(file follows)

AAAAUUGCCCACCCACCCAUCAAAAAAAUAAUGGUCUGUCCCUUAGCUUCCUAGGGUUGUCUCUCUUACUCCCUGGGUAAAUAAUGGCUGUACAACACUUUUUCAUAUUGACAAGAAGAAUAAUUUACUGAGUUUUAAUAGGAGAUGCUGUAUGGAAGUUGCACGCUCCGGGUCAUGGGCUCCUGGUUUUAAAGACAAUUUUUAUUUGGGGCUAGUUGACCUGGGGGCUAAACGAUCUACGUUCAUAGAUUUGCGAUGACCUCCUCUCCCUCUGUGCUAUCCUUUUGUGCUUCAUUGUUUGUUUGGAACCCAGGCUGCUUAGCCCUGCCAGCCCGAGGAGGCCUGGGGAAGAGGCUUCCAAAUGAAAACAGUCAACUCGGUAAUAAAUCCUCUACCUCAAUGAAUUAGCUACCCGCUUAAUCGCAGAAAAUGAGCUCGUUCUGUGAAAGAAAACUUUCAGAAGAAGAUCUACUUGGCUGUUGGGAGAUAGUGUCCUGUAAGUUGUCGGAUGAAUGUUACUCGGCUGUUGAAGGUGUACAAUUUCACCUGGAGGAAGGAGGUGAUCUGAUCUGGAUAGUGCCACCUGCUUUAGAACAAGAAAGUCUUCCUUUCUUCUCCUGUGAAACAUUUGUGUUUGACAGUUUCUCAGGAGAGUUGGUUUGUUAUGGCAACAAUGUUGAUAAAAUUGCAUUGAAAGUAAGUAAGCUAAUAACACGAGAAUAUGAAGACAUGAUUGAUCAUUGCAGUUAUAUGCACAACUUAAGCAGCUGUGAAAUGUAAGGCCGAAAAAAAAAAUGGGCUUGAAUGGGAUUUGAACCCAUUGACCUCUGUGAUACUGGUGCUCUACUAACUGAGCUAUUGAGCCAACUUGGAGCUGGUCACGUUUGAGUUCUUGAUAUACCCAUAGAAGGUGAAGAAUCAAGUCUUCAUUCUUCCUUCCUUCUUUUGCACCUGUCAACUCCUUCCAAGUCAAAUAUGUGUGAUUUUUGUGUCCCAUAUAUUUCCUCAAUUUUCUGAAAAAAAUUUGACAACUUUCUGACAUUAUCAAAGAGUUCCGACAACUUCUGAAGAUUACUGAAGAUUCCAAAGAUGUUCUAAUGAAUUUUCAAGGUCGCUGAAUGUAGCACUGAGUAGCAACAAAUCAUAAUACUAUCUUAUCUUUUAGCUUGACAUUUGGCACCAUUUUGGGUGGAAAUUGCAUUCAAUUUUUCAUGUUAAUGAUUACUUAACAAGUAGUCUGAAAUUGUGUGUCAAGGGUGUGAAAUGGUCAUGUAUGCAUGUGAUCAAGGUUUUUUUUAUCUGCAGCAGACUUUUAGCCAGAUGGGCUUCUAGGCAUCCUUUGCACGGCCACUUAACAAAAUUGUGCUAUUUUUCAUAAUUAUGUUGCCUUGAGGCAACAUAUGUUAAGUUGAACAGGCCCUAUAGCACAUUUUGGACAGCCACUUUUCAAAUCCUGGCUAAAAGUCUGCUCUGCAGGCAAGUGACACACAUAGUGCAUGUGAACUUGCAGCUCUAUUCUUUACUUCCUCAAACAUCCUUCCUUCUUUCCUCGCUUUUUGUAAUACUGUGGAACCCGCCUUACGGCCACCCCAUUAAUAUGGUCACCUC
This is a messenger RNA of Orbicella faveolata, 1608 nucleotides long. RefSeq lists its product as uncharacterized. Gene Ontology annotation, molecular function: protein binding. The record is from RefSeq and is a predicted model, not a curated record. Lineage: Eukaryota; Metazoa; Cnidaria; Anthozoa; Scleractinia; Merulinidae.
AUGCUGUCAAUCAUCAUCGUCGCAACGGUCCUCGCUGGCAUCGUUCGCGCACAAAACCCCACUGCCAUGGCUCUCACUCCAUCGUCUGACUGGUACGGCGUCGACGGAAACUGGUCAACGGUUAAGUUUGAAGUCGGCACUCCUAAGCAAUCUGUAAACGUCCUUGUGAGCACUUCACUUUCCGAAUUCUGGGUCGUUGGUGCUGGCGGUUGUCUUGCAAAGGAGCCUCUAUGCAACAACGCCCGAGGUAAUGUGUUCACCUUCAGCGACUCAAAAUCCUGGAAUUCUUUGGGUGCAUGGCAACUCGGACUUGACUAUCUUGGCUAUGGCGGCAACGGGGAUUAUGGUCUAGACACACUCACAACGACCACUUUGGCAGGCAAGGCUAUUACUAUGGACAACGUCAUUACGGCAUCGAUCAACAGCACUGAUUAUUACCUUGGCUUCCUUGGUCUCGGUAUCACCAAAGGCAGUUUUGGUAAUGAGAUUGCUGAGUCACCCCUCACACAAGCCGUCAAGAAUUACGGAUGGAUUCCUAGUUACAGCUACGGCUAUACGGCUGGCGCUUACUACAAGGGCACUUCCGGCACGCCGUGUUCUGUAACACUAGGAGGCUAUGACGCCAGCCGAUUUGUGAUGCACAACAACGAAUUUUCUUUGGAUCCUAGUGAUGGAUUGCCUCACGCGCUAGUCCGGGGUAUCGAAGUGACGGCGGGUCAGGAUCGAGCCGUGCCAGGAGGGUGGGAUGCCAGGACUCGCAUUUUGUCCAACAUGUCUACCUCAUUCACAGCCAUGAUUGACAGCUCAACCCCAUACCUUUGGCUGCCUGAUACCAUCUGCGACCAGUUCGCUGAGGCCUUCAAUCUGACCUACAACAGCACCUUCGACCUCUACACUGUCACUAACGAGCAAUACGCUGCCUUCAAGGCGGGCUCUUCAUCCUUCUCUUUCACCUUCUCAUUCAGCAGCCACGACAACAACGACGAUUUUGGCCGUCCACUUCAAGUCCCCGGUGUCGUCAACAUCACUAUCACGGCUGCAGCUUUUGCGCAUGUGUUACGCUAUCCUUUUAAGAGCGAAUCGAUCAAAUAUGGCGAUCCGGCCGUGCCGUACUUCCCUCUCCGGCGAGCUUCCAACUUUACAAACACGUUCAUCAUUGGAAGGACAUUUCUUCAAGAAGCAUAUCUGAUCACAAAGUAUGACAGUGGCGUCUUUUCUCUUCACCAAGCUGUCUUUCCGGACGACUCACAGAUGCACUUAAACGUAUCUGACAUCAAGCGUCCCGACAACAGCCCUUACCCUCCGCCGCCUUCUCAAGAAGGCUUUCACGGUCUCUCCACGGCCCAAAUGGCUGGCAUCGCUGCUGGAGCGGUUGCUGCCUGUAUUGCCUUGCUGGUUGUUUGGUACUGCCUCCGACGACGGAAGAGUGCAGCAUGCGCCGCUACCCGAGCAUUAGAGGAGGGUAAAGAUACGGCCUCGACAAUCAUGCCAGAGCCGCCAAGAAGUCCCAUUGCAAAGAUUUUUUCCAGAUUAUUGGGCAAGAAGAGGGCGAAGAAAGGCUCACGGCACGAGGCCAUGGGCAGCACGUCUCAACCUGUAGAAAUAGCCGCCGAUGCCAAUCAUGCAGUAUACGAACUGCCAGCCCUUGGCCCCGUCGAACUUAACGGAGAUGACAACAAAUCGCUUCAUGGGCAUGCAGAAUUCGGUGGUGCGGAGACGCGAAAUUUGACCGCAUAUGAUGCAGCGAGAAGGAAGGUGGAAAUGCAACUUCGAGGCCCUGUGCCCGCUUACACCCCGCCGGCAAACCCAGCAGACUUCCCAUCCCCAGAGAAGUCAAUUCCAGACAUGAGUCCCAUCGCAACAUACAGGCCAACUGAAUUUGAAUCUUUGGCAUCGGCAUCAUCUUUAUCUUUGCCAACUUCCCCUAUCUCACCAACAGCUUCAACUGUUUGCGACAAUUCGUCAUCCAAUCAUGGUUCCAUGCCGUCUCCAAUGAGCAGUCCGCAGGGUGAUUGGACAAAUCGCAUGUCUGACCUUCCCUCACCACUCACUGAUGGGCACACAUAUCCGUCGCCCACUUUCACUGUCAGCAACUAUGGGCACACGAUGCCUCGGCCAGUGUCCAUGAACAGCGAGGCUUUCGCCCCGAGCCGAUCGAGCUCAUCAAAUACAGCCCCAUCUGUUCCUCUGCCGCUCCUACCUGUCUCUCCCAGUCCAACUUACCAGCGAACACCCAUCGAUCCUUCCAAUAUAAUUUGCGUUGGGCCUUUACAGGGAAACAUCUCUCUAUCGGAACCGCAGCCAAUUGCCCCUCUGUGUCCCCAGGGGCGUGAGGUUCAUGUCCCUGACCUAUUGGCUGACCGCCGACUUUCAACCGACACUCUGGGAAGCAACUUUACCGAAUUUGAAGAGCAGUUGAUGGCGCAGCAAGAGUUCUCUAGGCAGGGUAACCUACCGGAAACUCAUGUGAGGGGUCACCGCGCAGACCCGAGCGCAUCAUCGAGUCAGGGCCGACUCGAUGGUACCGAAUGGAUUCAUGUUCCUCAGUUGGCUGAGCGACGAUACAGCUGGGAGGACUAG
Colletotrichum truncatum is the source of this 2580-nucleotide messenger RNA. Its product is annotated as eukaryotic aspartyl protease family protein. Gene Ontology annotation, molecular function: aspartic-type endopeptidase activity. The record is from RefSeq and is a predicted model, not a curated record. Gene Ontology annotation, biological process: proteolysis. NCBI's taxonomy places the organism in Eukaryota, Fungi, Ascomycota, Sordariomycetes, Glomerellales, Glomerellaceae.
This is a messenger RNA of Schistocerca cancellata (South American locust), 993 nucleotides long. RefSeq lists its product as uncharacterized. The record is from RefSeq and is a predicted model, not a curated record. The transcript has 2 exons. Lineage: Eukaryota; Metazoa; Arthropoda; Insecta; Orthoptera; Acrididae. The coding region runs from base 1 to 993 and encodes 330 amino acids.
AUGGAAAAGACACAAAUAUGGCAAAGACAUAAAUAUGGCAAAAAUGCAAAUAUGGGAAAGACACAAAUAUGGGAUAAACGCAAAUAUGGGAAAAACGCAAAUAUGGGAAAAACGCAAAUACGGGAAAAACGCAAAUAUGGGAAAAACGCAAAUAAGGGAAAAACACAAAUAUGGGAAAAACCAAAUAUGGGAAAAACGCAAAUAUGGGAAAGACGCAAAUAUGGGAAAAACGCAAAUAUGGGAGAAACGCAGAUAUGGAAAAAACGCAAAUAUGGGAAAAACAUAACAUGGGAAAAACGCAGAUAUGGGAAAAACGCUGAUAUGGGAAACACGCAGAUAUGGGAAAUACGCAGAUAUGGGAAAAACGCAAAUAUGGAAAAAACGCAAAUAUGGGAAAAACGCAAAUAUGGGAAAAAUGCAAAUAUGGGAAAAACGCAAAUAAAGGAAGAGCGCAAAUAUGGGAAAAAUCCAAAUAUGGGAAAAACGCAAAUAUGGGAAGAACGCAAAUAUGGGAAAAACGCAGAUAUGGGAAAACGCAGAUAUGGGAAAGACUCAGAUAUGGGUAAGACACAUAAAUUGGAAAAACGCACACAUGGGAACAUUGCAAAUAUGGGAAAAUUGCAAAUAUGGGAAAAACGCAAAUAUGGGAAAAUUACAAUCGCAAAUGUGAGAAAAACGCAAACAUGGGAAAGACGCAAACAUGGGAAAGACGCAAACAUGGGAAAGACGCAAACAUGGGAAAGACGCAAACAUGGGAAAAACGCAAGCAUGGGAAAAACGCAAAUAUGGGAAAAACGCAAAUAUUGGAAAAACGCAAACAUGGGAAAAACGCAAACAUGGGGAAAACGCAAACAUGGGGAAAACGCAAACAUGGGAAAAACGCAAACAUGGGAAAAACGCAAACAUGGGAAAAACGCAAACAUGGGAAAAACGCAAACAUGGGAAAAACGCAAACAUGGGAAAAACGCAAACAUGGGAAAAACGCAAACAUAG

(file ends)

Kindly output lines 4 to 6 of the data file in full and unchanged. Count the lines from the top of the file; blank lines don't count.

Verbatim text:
Colletotrichum truncatum is the source of this 2580-nucleotide messenger RNA. Its product is annotated as eukaryotic aspartyl protease family protein. Gene Ontology annotation, molecular function: aspartic-type endopeptidase activity. The record is from RefSeq and is a predicted model, not a curated record. Gene Ontology annotation, biological process: proteolysis. NCBI's taxonomy places the organism in Eukaryota, Fungi, Ascomycota, Sordariomycetes, Glomerellales, Glomerellaceae.
This is a messenger RNA of Schistocerca cancellata (South American locust), 993 nucleotides long. RefSeq lists its product as uncharacterized. The record is from RefSeq and is a predicted model, not a curated record. The transcript has 2 exons. Lineage: Eukaryota; Metazoa; Arthropoda; Insecta; Orthoptera; Acrididae. The coding region runs from base 1 to 993 and encodes 330 amino acids.
AUGGAAAAGACACAAAUAUGGCAAAGACAUAAAUAUGGCAAAAAUGCAAAUAUGGGAAAGACACAAAUAUGGGAUAAACGCAAAUAUGGGAAAAACGCAAAUAUGGGAAAAACGCAAAUACGGGAAAAACGCAAAUAUGGGAAAAACGCAAAUAAGGGAAAAACACAAAUAUGGGAAAAACCAAAUAUGGGAAAAACGCAAAUAUGGGAAAGACGCAAAUAUGGGAAAAACGCAAAUAUGGGAGAAACGCAGAUAUGGAAAAAACGCAAAUAUGGGAAAAACAUAACAUGGGAAAAACGCAGAUAUGGGAAAAACGCUGAUAUGGGAAACACGCAGAUAUGGGAAAUACGCAGAUAUGGGAAAAACGCAAAUAUGGAAAAAACGCAAAUAUGGGAAAAACGCAAAUAUGGGAAAAAUGCAAAUAUGGGAAAAACGCAAAUAAAGGAAGAGCGCAAAUAUGGGAAAAAUCCAAAUAUGGGAAAAACGCAAAUAUGGGAAGAACGCAAAUAUGGGAAAAACGCAGAUAUGGGAAAACGCAGAUAUGGGAAAGACUCAGAUAUGGGUAAGACACAUAAAUUGGAAAAACGCACACAUGGGAACAUUGCAAAUAUGGGAAAAUUGCAAAUAUGGGAAAAACGCAAAUAUGGGAAAAUUACAAUCGCAAAUGUGAGAAAAACGCAAACAUGGGAAAGACGCAAACAUGGGAAAGACGCAAACAUGGGAAAGACGCAAACAUGGGAAAGACGCAAACAUGGGAAAAACGCAAGCAUGGGAAAAACGCAAAUAUGGGAAAAACGCAAAUAUUGGAAAAACGCAAACAUGGGAAAAACGCAAACAUGGGGAAAACGCAAACAUGGGGAAAACGCAAACAUGGGAAAAACGCAAACAUGGGAAAAACGCAAACAUGGGAAAAACGCAAACAUGGGAAAAACGCAAACAUGGGAAAAACGCAAACAUGGGAAAAACGCAAACAUGGGAAAAACGCAAACAUAG